The news broke after officials began their raids on Monday, checking hotels, bars and other tourist businesses for any breaches of the law.
Hotels and guesthouses are being checked to ensure the names and nationalities of all guests are reported to Immigration within 24 hours of the guests checking in, while bars and night spots on the island are being inspected for drugs and late trading, reported the Krabi office of the Public Relations Department.
Any illegal modifications to buildings are being brought to task, including any deviations from approved building permits.
Meanwhile, general tourist businesses are being inspected for nominee shareholders and tax infringements.
“All infringements discovered by inspecting officers must be reported to the relevant officials,” the PR report noted.
Specifically three residential projects are under investigation in Moo 7, near the tourist heart of the island, to ensure the land documents being sued to claim the land are genuine, the report added.
Facebook group Newsroom at Krabi reported yesterday that specifically five small hotels and guesthouses, a 50-room resort and a “beach club” had been found in breach of the Immigration requirement to report guests, while the five small hotels and guesthouses and the beach club had illegally modified their buildings.
One dive shop had been caught with an illegal ratio of Thai-to-foreign staff, and illegally having Foreigners selling dive tours, said the report. (See report here.)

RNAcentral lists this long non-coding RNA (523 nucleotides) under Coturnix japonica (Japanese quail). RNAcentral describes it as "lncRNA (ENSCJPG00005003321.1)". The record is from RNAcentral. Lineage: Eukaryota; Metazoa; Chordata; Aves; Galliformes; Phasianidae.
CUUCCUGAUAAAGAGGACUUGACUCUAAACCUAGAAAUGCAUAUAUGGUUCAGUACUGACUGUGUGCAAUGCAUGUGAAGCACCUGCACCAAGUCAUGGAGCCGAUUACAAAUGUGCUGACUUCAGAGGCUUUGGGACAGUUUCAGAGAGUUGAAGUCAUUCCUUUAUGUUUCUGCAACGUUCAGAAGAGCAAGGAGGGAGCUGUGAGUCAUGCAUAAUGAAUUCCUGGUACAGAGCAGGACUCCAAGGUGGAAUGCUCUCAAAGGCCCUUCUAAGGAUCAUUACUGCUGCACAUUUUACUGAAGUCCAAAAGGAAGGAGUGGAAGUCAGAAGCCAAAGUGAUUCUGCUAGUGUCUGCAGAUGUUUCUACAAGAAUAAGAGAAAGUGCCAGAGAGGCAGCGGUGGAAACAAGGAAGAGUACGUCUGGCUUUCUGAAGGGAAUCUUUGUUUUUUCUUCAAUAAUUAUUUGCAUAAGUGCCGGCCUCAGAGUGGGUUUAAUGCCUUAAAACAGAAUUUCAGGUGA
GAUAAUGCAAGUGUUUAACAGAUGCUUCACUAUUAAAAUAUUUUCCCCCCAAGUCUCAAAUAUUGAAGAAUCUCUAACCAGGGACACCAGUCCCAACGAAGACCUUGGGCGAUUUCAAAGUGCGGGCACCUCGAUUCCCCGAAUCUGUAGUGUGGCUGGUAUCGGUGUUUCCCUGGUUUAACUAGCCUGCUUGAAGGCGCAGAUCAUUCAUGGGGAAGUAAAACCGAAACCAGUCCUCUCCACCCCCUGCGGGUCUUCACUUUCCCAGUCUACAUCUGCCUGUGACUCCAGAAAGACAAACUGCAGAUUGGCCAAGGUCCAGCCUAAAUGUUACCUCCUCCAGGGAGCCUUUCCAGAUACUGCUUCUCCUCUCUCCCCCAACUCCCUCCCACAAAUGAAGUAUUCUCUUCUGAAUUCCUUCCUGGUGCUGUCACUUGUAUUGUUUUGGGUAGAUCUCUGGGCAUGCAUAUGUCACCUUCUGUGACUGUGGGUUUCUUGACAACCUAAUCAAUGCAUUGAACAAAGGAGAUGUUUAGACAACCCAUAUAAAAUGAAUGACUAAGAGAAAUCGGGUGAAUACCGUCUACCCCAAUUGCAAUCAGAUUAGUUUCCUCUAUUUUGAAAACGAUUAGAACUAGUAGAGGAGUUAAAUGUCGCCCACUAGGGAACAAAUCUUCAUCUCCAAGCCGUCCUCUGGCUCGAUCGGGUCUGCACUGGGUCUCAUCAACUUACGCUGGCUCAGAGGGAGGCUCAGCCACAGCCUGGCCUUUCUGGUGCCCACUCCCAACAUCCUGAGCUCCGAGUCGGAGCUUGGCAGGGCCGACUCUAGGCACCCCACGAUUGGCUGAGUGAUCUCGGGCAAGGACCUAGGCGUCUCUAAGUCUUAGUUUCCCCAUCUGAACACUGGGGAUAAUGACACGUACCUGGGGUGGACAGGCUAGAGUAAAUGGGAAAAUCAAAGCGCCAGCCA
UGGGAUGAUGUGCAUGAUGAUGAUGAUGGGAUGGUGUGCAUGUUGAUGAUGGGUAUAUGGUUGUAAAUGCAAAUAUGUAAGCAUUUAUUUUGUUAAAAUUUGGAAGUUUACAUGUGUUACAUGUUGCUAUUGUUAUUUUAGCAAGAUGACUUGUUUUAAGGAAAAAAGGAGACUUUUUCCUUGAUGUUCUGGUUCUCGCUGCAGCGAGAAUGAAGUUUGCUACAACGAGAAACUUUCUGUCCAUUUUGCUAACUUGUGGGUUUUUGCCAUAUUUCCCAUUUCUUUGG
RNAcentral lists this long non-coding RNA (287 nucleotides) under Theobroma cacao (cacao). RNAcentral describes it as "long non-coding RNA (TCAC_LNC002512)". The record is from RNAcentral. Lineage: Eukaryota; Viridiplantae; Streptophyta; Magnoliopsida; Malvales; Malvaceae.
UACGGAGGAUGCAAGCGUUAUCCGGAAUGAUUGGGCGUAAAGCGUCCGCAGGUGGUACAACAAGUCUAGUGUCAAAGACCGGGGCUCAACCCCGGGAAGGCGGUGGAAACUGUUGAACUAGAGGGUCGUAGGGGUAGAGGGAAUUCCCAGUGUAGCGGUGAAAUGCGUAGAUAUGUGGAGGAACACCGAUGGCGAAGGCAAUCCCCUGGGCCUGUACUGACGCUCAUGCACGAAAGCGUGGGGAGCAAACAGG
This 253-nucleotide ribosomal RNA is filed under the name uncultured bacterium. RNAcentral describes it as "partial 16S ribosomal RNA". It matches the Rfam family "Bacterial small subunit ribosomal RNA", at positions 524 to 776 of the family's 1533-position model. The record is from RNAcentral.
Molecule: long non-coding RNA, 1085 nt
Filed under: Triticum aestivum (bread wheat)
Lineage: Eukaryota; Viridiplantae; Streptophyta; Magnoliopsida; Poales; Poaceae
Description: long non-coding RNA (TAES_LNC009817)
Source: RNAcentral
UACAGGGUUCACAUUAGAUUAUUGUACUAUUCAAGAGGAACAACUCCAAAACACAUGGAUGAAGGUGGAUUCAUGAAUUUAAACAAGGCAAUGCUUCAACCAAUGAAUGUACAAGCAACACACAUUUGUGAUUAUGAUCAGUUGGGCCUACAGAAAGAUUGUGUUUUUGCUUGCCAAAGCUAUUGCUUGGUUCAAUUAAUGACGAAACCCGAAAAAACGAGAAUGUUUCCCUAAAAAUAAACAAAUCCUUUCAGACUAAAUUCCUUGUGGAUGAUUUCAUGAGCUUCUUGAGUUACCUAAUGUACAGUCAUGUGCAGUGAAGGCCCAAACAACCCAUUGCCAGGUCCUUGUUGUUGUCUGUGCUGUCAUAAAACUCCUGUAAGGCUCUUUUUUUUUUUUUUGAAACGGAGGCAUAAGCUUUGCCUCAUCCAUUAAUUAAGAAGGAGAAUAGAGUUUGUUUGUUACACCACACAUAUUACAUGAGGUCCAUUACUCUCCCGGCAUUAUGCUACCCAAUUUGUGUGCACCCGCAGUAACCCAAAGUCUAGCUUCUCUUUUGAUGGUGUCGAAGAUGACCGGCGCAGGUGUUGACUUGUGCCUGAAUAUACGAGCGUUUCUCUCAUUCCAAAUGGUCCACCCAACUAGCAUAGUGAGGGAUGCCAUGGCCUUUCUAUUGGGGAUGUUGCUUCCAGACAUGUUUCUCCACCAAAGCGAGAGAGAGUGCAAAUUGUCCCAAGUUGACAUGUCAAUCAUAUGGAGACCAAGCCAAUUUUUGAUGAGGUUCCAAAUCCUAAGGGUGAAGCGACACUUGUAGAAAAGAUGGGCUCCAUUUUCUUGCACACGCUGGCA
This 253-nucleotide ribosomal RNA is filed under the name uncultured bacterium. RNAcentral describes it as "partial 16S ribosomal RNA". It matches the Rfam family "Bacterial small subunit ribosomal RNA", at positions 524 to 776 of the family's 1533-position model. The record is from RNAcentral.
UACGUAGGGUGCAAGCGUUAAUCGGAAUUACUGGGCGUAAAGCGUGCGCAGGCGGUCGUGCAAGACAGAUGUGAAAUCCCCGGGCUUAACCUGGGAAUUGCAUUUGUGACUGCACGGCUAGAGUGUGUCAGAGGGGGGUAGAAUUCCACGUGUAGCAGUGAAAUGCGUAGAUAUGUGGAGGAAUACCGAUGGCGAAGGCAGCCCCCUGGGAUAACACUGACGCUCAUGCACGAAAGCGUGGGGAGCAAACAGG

The dive shop was ordered closed until its case has been heard by Krabi provincial officials, the report added.
Of note, the Krabi office of the PR Dept reported that one resort project under investigation for encroachment onto protected forest land had presented a NorSor 3 land document issued in 1993 as evidence to its claim to the land the project occupies.
A check by The Phuket News on the online map created by the Department of Special Investigation to indicate such protected areas showed that the resort is located on land that was not declared a protected forest area until the year 2000. (See DSI map here.)
Under Thai law, owners who can prove their claim to their land predates sweeping declarations of protected forest areas and even national parks are entitled to maintain their full legal rights to their private land.